Willow had done it without thinking. Or so Kennedy told her later, weeping crocodile tears that made Buffy want to backhand her across the mouth. They'd been somewhere outside Toronto, on their way to a hellmouth near Niagara, and Spike had felt drained and irritable.
Willow thought she could help.
Simple spell, simple mistake.
Maybe it was the amulet, the power he'd taken on beneath the earth. Maybe something in his uncertain soul. Could have been anything, even the spell itself. If they'd had the chance, she might have looked for answers.
This much was clear. Without him the center didn't hold.
At times, when she can't help herself, she thinks about the weeks that followed. The funerals that came one after another. The day they stopped wasting time on ceremonies. The night they stopped burying the dead.
Chaos raged through the cities, the stench of death met them at the outskirts of every abandoned town. Willow's guilt circled in upon itself. Reckless, desperate in her attempts to make amends for lives lost. For strangers. For Spike, Tara. For Buffy herself.
In Willow's last days, she didn't venture from her room in a dilapidated house on the outskirts of Seattle. Surrounded herself with remorse and incantations. Kennedy finally packed a rucksack and pushed past Buffy on her way out. Faith, feet kicked up on the coffee table, arched an eyebrow.
"I could snap her neck for you, if you like."
Buffy let out a humorless laugh, and went back upstairs. Willow was lost in a torment of her own making. Her eyes black and featureless, cold sweat standing out on her brow.
She slipped away from Buffy at four-fifteen in the morning. It was the last day Buffy ever wore a watch.
Giles was at Buffy's side the morning Dawn died, overpowered in a strip motel somewhere in the Nevada desert.
They were too exhausted to continue their cross-country journey. She and Dawn curled up on top of dusty covers, Giles on the floor against the door.
The vamps were swift, enraged. She remembers coming out of sleep to the sound of breaking glass and Giles' hoarse yells. She dusted as quickly as she could. She wasn't fast enough.
Buffy dug a grave in the baking red earth, her muscles strained and aching from the fight. Then she sank to her knees in the dirt and wept until she couldn't catch her breath. Giles carried her back to the motel, a dreadful piéta silhouetted against the sinking fire of the sun.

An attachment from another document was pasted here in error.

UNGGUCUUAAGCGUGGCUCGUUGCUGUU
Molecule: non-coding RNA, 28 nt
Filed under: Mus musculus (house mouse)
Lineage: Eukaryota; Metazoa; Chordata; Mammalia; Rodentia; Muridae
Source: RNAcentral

He kicked open the door to one of the rooms, as far from where they'd slept the night before as he could find, laid her on the bed. Half-blind with tears and choking on her grief she pulled him down to her. Kissed her way up his neck and across his jaw line.
He protested, half-hearted, gasped along with her. "I can't...we shouldn't...."
Buffy didn't listen.
She left him before he woke. She couldn't keep him alive, was damned if she'd watch him die.
Now, Buffy has her back pressed against the rough bark of a redwood, looking out over the remains of a golf course at the breaking waves of the Pacific. Eighteen months and nature has already reclaimed the greens.
Faith drops to the ground beside her, bottle of tequila in one hand, rucksack in the other. She doesn't greet her. Makes it seem as though they always planned to meet here, two faithful witnesses to the end of the world.
Faith unlaces road-worn boots and peels off Army-issue socks. She wriggles bare toes with nails painted an improbable blue. A fresh, angry scar winds down her upper arm.
"Just us, then," she says, twisting the top off the tequila and taking a long swig from the bottle.
As the sun dips below the horizon, the colour bleeds out of the trees. Stark black outlines, sharp against the greying sky. They pass the bottle back and forth between them. It's still summer here, or somewhere.
Faith's never been one to stand on ceremony. She leans in to unbutton Buffy's shirt even as Buffy continues to drain the last of the tequila.
She thinks it's a cliché, sex as the last act of humanity, but Buffy lets the bottle fall to her side and slides both hands into Faith's dark hair as she works her way down her body.
Buffy lets her head fall back, her mouth fall open, her eyes fall closed.
There's nothing left but Faith's tongue against her nipple, Faith's hand inside her jeans.
Soon, they will travel.
Faith will prove a half-decent mechanic, and they'll have an abundance of cars to choose from. She'll let Buffy pick where they sleep at night, but how they get there will be up to her.
They'll avoid the cities. Buffy will claim it's for safety, but really she won't want any part of the pointless suburbia that encircles them, even in decay.
Occasionally she'll imagine she sees Angel (in the distance, in the dark) but she'll never call out, never mention it.
They'll toy with heading all the way to South America, but they'll both know it'll be harder and harder to feed themselves, keep themselves healthy, alive.
Unspoken between them will lie the idea of settling. A farm, maybe, somewhere in the mid-west. Picket fences. Preposterous.
So they'll lie beside lakes in the sun, skin baking brown. They'll eat apples from orchards. Liquor will be the first thing they steal when they stop each day.
They won't say much to each other, there won't be much to say.